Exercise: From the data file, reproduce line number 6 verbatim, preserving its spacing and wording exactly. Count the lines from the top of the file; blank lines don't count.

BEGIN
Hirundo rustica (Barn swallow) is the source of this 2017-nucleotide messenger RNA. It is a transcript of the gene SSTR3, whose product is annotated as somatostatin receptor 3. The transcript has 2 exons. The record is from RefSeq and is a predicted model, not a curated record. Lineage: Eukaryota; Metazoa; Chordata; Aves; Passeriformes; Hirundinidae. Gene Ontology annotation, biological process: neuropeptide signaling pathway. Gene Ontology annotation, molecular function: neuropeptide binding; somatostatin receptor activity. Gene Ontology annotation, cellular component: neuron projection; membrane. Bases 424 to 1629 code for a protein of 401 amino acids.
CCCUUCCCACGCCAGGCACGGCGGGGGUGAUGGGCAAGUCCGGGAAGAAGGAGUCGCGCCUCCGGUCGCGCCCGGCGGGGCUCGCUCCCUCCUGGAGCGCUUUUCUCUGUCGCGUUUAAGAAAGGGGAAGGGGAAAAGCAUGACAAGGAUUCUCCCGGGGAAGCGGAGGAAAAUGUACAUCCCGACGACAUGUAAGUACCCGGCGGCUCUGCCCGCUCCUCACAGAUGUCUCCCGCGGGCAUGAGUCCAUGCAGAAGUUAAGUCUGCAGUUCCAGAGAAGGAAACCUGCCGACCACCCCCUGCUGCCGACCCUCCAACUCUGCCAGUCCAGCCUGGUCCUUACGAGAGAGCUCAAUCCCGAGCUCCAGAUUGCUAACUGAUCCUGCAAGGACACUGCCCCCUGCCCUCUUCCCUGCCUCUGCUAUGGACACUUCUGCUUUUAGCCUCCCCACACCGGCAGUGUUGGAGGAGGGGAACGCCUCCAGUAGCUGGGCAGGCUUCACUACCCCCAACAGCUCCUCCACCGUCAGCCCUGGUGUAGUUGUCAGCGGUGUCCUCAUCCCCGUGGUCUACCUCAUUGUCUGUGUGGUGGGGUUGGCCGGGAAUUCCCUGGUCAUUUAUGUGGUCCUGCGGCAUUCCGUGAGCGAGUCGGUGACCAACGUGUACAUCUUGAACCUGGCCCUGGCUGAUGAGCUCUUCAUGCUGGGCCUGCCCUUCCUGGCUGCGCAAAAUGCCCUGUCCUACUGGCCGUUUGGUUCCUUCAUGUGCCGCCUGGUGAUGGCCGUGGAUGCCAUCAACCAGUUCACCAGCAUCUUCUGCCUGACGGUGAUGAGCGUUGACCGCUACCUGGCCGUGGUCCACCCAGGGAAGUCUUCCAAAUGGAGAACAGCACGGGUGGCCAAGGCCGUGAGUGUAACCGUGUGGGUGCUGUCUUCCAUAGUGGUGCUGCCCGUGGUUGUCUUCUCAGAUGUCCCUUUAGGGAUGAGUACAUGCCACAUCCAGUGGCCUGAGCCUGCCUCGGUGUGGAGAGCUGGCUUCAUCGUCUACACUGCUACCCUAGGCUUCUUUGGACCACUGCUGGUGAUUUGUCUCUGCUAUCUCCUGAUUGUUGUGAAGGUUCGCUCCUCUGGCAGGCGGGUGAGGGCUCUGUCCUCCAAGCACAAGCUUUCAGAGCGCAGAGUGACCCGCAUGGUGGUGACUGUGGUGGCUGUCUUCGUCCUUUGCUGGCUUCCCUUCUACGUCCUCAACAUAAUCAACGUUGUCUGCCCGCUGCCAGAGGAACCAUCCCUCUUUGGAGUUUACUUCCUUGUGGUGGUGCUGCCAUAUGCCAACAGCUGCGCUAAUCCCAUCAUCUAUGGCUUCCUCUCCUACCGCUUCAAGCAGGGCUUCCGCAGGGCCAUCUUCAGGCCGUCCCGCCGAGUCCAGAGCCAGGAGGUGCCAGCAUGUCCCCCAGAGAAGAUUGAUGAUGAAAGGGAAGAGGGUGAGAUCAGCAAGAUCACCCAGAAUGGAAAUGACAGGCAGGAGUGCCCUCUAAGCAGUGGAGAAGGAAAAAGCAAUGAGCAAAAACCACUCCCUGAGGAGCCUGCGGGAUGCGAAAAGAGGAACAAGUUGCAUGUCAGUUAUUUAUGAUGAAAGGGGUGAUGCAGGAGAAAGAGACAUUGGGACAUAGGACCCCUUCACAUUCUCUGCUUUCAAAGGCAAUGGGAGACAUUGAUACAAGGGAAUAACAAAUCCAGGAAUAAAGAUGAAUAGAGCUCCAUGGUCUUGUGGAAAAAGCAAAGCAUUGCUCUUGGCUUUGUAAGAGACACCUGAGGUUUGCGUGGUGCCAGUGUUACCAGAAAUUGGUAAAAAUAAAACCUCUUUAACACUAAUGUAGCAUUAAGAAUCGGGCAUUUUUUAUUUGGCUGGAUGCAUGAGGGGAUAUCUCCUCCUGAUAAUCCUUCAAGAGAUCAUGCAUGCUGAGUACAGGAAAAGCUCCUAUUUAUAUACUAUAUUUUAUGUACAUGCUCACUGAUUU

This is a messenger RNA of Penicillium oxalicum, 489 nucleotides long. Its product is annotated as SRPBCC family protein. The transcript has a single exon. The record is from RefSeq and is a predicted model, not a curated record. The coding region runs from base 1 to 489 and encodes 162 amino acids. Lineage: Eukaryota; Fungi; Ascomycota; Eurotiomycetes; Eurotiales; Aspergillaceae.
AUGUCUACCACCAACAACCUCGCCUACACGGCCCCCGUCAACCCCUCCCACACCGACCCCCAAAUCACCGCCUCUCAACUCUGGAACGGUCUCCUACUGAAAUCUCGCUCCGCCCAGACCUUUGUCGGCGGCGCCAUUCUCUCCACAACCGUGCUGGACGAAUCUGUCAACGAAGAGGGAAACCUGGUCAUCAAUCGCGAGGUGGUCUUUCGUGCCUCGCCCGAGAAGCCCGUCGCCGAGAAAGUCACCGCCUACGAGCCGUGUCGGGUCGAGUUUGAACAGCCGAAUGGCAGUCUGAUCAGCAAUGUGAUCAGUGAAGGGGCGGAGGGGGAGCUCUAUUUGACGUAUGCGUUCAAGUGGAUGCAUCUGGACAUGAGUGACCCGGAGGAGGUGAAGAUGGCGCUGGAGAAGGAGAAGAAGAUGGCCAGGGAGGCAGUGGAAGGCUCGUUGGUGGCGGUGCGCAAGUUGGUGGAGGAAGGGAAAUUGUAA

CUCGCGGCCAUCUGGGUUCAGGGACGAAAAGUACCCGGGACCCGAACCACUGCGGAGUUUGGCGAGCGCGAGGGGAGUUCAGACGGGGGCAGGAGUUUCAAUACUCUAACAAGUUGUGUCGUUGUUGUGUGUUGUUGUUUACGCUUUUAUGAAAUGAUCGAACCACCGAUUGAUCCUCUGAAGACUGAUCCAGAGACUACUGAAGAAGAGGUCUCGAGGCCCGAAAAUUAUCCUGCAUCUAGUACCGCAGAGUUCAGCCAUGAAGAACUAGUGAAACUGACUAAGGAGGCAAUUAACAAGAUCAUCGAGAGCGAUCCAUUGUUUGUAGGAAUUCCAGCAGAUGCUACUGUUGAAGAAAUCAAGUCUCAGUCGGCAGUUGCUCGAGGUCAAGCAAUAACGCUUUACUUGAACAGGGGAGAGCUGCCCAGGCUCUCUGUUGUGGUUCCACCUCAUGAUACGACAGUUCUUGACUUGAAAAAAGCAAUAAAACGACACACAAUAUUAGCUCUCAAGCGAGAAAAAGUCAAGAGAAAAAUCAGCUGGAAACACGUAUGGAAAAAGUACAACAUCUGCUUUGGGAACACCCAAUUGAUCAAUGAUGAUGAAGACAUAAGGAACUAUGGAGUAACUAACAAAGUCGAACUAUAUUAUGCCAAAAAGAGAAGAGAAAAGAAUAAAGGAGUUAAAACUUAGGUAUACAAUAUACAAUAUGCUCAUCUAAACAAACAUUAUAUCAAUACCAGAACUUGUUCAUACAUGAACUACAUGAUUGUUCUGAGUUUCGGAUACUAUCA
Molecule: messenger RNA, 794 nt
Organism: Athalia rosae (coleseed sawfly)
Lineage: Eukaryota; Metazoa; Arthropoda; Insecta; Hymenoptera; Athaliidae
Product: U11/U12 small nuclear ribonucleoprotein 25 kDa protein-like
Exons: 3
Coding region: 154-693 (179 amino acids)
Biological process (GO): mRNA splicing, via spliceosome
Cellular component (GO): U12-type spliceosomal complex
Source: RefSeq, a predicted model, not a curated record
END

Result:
Molecule: messenger RNA, 794 nt